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NOVA: Death Star
NOVA Death Star
Actor: Stacy Keach
Director: David McNab
Genres: Documentary
NR     2006     0hr 56min

They are so bright, they are a billion billion times more luminous than the sun. They are so distant, their light takes billions of years just to reach Earth. These amazingly violent explosions-or death stars-may even have...  more »


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Movie Details

Actor: Stacy Keach
Director: David McNab
Genres: Documentary
Sub-Genres: Science & Technology, Space Exploration
Studio: WGBH Boston
Format: DVD - Color - Closed-captioned
DVD Release Date: 09/12/2006
Release Year: 2006
Run Time: 0hr 56min
Screens: Color
Number of Discs: 1
SwapaDVD Credits: 1
Total Copies: 0
Members Wishing: 3
MPAA Rating: NR (Not Rated)
Languages: English

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Movie Reviews

One of the most facinating science documentaries I have seen
Karl C. Nelson | San Antonio, TX USA | 10/26/2006
(4 out of 5 stars)

"While I missed the original NOVA broadcast, I have been able to catch this episode numerous times on the Discovery SCIENCE channel. One of the things that makes this program so interesting was that these distant bursts were so powerful, that Einstein's law E=mc^2 might have been violated. This phenomonoe was threatening to unravel the entire world of physics as known ! How this issue gets resolved, saving Einstein (and not a few professional reputations in the process) opens new avenues to investigation into other unknown realms of the distant Universe. For the viewer who has a casual interest in cosmology, sans all the complex mathematics (I was never good in math) then this program is one for you !"
Very informative, but on the boring side
Quinten Pullen | US Navy, everywhere | 05/30/2007
(4 out of 5 stars)

"This video was informative, the topic really interesting. But their presentation is on the boring side. I wish I could find the BBC video of the same name, it covered the same topic but was quite a bit less boring."
Very educating and entertaining
Rasih Bensan | Istanbul, Turkey | 04/06/2009
(5 out of 5 stars)

"As usual this documentary by Nova is very interesting, well explained, educating and nice to watch due to very high quality images and there are interviews with the scientists conducting the research.

The first part of this documentary film explains the research to find the origin of gamma rays coming to our planet from space. The second part is about the hunt for supernovae.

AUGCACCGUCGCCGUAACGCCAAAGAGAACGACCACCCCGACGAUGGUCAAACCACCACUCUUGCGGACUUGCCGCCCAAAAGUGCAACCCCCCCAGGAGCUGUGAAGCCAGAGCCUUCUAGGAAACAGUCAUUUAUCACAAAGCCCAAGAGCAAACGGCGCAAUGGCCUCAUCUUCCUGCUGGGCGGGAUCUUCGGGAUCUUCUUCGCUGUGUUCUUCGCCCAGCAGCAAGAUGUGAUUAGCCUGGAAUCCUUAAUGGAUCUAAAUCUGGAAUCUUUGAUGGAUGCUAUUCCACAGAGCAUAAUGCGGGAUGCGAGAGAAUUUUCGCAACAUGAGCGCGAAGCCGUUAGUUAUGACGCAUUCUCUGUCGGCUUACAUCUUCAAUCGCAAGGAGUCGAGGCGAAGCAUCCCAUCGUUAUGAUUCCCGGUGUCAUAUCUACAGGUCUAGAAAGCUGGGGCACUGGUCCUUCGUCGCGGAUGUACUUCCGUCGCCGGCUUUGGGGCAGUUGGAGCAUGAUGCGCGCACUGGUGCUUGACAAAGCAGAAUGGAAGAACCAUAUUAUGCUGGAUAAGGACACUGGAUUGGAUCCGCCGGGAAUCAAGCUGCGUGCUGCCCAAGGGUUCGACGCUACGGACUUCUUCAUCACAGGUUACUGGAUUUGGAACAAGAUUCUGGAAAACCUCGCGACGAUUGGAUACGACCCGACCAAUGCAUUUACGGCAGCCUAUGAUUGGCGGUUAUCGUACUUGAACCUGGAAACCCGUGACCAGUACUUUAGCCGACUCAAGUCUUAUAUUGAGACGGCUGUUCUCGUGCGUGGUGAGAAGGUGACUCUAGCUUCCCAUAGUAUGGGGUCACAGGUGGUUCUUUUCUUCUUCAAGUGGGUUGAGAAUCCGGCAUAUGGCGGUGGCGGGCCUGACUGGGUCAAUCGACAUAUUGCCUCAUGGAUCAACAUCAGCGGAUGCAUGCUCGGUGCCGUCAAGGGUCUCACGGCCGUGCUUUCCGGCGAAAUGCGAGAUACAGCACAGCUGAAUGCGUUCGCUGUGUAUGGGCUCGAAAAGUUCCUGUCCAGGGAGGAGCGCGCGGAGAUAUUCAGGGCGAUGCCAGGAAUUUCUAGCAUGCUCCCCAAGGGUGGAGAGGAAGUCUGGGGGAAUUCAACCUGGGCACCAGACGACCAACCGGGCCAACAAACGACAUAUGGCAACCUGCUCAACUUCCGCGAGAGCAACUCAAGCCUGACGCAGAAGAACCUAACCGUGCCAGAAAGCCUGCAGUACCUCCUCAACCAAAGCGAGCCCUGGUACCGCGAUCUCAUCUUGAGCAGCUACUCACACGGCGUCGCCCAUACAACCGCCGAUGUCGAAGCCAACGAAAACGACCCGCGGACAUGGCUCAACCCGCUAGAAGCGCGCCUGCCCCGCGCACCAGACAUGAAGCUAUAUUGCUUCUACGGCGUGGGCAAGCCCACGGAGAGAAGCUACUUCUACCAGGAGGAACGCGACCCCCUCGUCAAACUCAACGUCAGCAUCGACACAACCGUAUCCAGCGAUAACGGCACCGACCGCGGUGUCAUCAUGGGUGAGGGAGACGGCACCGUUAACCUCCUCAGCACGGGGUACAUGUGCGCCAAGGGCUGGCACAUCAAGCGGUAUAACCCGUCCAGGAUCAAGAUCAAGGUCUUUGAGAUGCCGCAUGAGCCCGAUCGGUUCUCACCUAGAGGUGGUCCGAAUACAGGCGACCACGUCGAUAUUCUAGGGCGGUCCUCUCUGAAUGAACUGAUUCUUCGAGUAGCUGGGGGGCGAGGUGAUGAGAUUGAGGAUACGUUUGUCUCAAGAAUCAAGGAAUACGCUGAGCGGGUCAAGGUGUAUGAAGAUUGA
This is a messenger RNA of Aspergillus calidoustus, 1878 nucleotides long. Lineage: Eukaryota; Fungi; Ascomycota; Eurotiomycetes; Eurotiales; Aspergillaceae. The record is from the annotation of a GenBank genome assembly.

In the first part it is explained that in 1967 the USA put a satellite in Earth's orbit to detect any secret nuclear explosion tests the Soviets maybe making in space. The satellite was to detect any gamma rays emitted from such tests. Gamma rays are the shortest wavelength form of radiant energy discovered so far and are generated by nuclear explosions during which matter is converted into energy. The satellite was bombarded with gamma ray emissions from all directions from deep space. It became immediately evident that this could not be caused by secret Soviet nuclear testing in space. This started research by scientists around the world to find out what the nature of all these gamma ray burst sources in space were. The research revealed that the sources were far beyond our galaxy, because they were scattered randomly throughout the whole sky. Had they been in our galaxy they would have been concentrated around the milkyway part of our sky.

At first, neutron stars formed by supernovae ( exploding stars ) were suspected. But this view was quickly eliminated because the sources were so far away that the sizes of supernovae explosions would be too small to send the gamma rays all the way to our planet. The explosions must be much bigger. Eventually, it was concluded that these were hypernovae ; stars that explode with even greater violence than supernovae and then in a very short time collapse into and dissapear within the black holes that are formed in their centers. As matter is converted into energy gamma rays are emitted and radiated across the universe. These are the largest explosions since the big bang and our sky is full of them.

In the film, the question is raised what would happen if anyone of these explosions were to take place in the vicinity of the Earth ? The answer, the Earth would be burned all over at the same time in just a few seconds after the gamma rays reach us. However, what is the vicinity of the Earth is not explained or I missed it. Is it just the edge of our Solar System or is it a few light years away ?

The second part of the film is less interesting than the first part and talks about the hunt for supernovae and a supernova that was discovered in an observatory in Chile in1987, 170 thousand light years away from the Earth. Elsewhere on Earth an experiment conducted underground was able to catch a few of the countless number of neutrinos emitted into space by the neutron star formed by the supernova of 1987. Neutrinos are nuclear particles emitted by neutron stars and travel through space and through solid objects.

Subsequent comment on February 19th 2010 : In another documentary I watched on National Geographic Channel recently it was said that if a hypernova exploded within one thousand light years or closer to the Earth its gamma rays could be deadly. Over a thousand light years away we are safe. Fortunately, scientists think that none of the stars closer to us than a thousand light years are likely to emit gamma rays.